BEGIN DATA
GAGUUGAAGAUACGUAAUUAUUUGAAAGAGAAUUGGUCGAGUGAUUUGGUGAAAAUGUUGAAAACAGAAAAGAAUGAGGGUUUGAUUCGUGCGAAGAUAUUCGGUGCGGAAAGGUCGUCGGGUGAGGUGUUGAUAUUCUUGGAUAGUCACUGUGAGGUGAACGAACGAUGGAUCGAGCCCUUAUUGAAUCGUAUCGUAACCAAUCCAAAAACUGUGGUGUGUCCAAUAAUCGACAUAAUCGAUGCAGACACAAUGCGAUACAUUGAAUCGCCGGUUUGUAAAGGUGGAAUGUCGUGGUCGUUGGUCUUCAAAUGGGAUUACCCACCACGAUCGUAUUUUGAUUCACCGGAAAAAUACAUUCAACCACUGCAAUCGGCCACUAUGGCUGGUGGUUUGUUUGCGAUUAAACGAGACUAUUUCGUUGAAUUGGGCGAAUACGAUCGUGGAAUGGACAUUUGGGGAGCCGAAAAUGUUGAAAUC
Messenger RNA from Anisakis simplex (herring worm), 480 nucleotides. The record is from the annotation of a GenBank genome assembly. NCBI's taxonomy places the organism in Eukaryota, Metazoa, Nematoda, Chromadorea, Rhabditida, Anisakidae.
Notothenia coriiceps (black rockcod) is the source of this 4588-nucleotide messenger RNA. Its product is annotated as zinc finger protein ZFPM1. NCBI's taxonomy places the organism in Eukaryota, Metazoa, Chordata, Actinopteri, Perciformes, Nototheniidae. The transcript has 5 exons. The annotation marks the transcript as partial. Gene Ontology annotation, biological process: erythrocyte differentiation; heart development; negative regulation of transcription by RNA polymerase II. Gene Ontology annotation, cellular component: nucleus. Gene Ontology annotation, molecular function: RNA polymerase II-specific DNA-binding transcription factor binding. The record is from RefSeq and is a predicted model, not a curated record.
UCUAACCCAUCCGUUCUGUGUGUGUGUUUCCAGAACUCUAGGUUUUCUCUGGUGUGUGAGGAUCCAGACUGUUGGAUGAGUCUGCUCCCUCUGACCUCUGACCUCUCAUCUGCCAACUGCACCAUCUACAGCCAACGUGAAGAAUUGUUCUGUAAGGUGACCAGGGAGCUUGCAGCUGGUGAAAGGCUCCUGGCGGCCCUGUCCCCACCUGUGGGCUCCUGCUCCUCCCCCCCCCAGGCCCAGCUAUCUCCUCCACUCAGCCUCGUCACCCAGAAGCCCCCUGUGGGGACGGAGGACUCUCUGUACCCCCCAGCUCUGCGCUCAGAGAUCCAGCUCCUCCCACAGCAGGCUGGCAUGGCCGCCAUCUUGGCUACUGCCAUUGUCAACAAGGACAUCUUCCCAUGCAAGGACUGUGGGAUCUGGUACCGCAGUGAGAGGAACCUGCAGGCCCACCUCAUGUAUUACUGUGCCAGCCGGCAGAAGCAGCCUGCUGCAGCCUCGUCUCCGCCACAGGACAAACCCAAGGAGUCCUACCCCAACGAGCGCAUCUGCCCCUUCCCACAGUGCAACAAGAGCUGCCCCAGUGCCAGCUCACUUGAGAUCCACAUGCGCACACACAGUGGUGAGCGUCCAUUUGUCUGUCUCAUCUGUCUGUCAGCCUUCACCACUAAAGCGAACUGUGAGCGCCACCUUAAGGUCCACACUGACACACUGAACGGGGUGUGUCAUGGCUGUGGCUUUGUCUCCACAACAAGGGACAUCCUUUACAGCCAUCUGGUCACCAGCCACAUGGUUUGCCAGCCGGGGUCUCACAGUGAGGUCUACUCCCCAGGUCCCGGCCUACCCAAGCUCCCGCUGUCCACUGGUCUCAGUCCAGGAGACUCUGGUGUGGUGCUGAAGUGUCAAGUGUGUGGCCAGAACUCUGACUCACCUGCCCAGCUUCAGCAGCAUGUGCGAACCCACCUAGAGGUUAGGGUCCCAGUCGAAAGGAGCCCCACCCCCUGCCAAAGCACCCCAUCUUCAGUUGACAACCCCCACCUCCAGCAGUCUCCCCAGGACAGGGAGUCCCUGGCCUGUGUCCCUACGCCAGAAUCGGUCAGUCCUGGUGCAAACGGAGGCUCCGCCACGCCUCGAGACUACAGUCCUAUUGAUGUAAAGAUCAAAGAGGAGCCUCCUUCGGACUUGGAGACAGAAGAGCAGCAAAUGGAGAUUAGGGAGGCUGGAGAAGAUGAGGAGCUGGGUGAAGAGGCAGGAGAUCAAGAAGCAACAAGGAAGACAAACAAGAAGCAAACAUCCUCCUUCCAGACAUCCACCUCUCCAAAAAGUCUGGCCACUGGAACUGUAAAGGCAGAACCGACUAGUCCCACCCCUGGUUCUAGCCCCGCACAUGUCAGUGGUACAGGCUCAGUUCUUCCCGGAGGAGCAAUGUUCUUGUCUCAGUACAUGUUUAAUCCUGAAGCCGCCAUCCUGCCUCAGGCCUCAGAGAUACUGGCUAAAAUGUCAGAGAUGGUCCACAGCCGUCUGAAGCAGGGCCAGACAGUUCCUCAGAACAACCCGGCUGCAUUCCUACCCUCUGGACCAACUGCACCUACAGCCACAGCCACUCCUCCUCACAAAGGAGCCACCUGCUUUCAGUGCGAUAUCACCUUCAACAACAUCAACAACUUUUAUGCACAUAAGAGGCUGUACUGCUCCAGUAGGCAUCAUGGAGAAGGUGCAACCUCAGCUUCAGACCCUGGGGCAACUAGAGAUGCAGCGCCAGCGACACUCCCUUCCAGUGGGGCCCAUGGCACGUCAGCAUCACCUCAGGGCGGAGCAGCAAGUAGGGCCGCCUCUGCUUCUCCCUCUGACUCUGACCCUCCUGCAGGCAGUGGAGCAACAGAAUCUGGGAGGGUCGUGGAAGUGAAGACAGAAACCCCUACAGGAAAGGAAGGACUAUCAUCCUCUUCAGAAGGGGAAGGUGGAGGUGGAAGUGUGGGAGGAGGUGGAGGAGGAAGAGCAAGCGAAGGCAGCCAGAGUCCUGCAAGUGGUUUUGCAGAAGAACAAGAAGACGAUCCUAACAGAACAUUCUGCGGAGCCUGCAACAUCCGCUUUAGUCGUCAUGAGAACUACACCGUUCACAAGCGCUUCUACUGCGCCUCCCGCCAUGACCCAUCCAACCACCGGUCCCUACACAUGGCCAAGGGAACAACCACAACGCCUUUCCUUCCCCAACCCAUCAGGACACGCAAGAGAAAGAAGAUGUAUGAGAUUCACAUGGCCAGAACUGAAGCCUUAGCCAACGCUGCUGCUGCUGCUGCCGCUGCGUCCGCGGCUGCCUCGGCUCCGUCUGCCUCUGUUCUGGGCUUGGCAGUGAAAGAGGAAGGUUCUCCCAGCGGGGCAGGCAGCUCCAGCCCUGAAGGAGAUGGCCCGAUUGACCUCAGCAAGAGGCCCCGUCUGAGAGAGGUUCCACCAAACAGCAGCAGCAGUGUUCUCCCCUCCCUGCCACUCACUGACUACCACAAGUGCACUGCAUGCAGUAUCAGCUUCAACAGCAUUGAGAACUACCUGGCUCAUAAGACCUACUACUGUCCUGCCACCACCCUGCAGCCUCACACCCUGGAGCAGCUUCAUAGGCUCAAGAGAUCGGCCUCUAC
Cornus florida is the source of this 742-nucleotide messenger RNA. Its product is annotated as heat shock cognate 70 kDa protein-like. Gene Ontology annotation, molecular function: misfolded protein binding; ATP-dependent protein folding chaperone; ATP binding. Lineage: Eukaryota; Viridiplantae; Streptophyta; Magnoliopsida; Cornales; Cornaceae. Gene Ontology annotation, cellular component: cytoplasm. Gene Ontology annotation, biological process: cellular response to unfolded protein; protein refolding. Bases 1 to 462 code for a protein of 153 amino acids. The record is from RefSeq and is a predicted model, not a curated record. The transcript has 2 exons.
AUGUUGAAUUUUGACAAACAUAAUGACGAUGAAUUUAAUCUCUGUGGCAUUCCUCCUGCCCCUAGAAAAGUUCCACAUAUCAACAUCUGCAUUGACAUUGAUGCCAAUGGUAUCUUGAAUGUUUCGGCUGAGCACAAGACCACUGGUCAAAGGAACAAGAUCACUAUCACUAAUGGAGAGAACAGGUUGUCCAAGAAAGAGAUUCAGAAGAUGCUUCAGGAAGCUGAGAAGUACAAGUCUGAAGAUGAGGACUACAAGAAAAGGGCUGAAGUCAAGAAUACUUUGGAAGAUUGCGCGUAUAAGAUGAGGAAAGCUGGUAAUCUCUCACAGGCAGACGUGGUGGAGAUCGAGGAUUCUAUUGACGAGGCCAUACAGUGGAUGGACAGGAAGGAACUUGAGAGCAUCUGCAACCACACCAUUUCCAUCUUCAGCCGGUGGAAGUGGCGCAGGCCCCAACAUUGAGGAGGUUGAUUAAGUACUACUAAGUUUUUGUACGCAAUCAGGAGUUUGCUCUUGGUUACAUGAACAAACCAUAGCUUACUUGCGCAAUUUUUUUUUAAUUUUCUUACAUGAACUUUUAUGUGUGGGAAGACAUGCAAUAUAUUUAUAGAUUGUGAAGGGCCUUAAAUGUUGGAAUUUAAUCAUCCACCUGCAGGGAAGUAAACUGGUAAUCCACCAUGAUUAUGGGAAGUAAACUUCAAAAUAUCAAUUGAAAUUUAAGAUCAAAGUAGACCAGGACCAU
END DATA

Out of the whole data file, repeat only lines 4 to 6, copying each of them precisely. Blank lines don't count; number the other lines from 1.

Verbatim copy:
UCUAACCCAUCCGUUCUGUGUGUGUGUUUCCAGAACUCUAGGUUUUCUCUGGUGUGUGAGGAUCCAGACUGUUGGAUGAGUCUGCUCCCUCUGACCUCUGACCUCUCAUCUGCCAACUGCACCAUCUACAGCCAACGUGAAGAAUUGUUCUGUAAGGUGACCAGGGAGCUUGCAGCUGGUGAAAGGCUCCUGGCGGCCCUGUCCCCACCUGUGGGCUCCUGCUCCUCCCCCCCCCAGGCCCAGCUAUCUCCUCCACUCAGCCUCGUCACCCAGAAGCCCCCUGUGGGGACGGAGGACUCUCUGUACCCCCCAGCUCUGCGCUCAGAGAUCCAGCUCCUCCCACAGCAGGCUGGCAUGGCCGCCAUCUUGGCUACUGCCAUUGUCAACAAGGACAUCUUCCCAUGCAAGGACUGUGGGAUCUGGUACCGCAGUGAGAGGAACCUGCAGGCCCACCUCAUGUAUUACUGUGCCAGCCGGCAGAAGCAGCCUGCUGCAGCCUCGUCUCCGCCACAGGACAAACCCAAGGAGUCCUACCCCAACGAGCGCAUCUGCCCCUUCCCACAGUGCAACAAGAGCUGCCCCAGUGCCAGCUCACUUGAGAUCCACAUGCGCACACACAGUGGUGAGCGUCCAUUUGUCUGUCUCAUCUGUCUGUCAGCCUUCACCACUAAAGCGAACUGUGAGCGCCACCUUAAGGUCCACACUGACACACUGAACGGGGUGUGUCAUGGCUGUGGCUUUGUCUCCACAACAAGGGACAUCCUUUACAGCCAUCUGGUCACCAGCCACAUGGUUUGCCAGCCGGGGUCUCACAGUGAGGUCUACUCCCCAGGUCCCGGCCUACCCAAGCUCCCGCUGUCCACUGGUCUCAGUCCAGGAGACUCUGGUGUGGUGCUGAAGUGUCAAGUGUGUGGCCAGAACUCUGACUCACCUGCCCAGCUUCAGCAGCAUGUGCGAACCCACCUAGAGGUUAGGGUCCCAGUCGAAAGGAGCCCCACCCCCUGCCAAAGCACCCCAUCUUCAGUUGACAACCCCCACCUCCAGCAGUCUCCCCAGGACAGGGAGUCCCUGGCCUGUGUCCCUACGCCAGAAUCGGUCAGUCCUGGUGCAAACGGAGGCUCCGCCACGCCUCGAGACUACAGUCCUAUUGAUGUAAAGAUCAAAGAGGAGCCUCCUUCGGACUUGGAGACAGAAGAGCAGCAAAUGGAGAUUAGGGAGGCUGGAGAAGAUGAGGAGCUGGGUGAAGAGGCAGGAGAUCAAGAAGCAACAAGGAAGACAAACAAGAAGCAAACAUCCUCCUUCCAGACAUCCACCUCUCCAAAAAGUCUGGCCACUGGAACUGUAAAGGCAGAACCGACUAGUCCCACCCCUGGUUCUAGCCCCGCACAUGUCAGUGGUACAGGCUCAGUUCUUCCCGGAGGAGCAAUGUUCUUGUCUCAGUACAUGUUUAAUCCUGAAGCCGCCAUCCUGCCUCAGGCCUCAGAGAUACUGGCUAAAAUGUCAGAGAUGGUCCACAGCCGUCUGAAGCAGGGCCAGACAGUUCCUCAGAACAACCCGGCUGCAUUCCUACCCUCUGGACCAACUGCACCUACAGCCACAGCCACUCCUCCUCACAAAGGAGCCACCUGCUUUCAGUGCGAUAUCACCUUCAACAACAUCAACAACUUUUAUGCACAUAAGAGGCUGUACUGCUCCAGUAGGCAUCAUGGAGAAGGUGCAACCUCAGCUUCAGACCCUGGGGCAACUAGAGAUGCAGCGCCAGCGACACUCCCUUCCAGUGGGGCCCAUGGCACGUCAGCAUCACCUCAGGGCGGAGCAGCAAGUAGGGCCGCCUCUGCUUCUCCCUCUGACUCUGACCCUCCUGCAGGCAGUGGAGCAACAGAAUCUGGGAGGGUCGUGGAAGUGAAGACAGAAACCCCUACAGGAAAGGAAGGACUAUCAUCCUCUUCAGAAGGGGAAGGUGGAGGUGGAAGUGUGGGAGGAGGUGGAGGAGGAAGAGCAAGCGAAGGCAGCCAGAGUCCUGCAAGUGGUUUUGCAGAAGAACAAGAAGACGAUCCUAACAGAACAUUCUGCGGAGCCUGCAACAUCCGCUUUAGUCGUCAUGAGAACUACACCGUUCACAAGCGCUUCUACUGCGCCUCCCGCCAUGACCCAUCCAACCACCGGUCCCUACACAUGGCCAAGGGAACAACCACAACGCCUUUCCUUCCCCAACCCAUCAGGACACGCAAGAGAAAGAAGAUGUAUGAGAUUCACAUGGCCAGAACUGAAGCCUUAGCCAACGCUGCUGCUGCUGCUGCCGCUGCGUCCGCGGCUGCCUCGGCUCCGUCUGCCUCUGUUCUGGGCUUGGCAGUGAAAGAGGAAGGUUCUCCCAGCGGGGCAGGCAGCUCCAGCCCUGAAGGAGAUGGCCCGAUUGACCUCAGCAAGAGGCCCCGUCUGAGAGAGGUUCCACCAAACAGCAGCAGCAGUGUUCUCCCCUCCCUGCCACUCACUGACUACCACAAGUGCACUGCAUGCAGUAUCAGCUUCAACAGCAUUGAGAACUACCUGGCUCAUAAGACCUACUACUGUCCUGCCACCACCCUGCAGCCUCACACCCUGGAGCAGCUUCAUAGGCUCAAGAGAUCGGCCUCUAC
Cornus florida is the source of this 742-nucleotide messenger RNA. Its product is annotated as heat shock cognate 70 kDa protein-like. Gene Ontology annotation, molecular function: misfolded protein binding; ATP-dependent protein folding chaperone; ATP binding. Lineage: Eukaryota; Viridiplantae; Streptophyta; Magnoliopsida; Cornales; Cornaceae. Gene Ontology annotation, cellular component: cytoplasm. Gene Ontology annotation, biological process: cellular response to unfolded protein; protein refolding. Bases 1 to 462 code for a protein of 153 amino acids. The record is from RefSeq and is a predicted model, not a curated record. The transcript has 2 exons.
AUGUUGAAUUUUGACAAACAUAAUGACGAUGAAUUUAAUCUCUGUGGCAUUCCUCCUGCCCCUAGAAAAGUUCCACAUAUCAACAUCUGCAUUGACAUUGAUGCCAAUGGUAUCUUGAAUGUUUCGGCUGAGCACAAGACCACUGGUCAAAGGAACAAGAUCACUAUCACUAAUGGAGAGAACAGGUUGUCCAAGAAAGAGAUUCAGAAGAUGCUUCAGGAAGCUGAGAAGUACAAGUCUGAAGAUGAGGACUACAAGAAAAGGGCUGAAGUCAAGAAUACUUUGGAAGAUUGCGCGUAUAAGAUGAGGAAAGCUGGUAAUCUCUCACAGGCAGACGUGGUGGAGAUCGAGGAUUCUAUUGACGAGGCCAUACAGUGGAUGGACAGGAAGGAACUUGAGAGCAUCUGCAACCACACCAUUUCCAUCUUCAGCCGGUGGAAGUGGCGCAGGCCCCAACAUUGAGGAGGUUGAUUAAGUACUACUAAGUUUUUGUACGCAAUCAGGAGUUUGCUCUUGGUUACAUGAACAAACCAUAGCUUACUUGCGCAAUUUUUUUUUAAUUUUCUUACAUGAACUUUUAUGUGUGGGAAGACAUGCAAUAUAUUUAUAGAUUGUGAAGGGCCUUAAAUGUUGGAAUUUAAUCAUCCACCUGCAGGGAAGUAAACUGGUAAUCCACCAUGAUUAUGGGAAGUAAACUUCAAAAUAUCAAUUGAAAUUUAAGAUCAAAGUAGACCAGGACCAU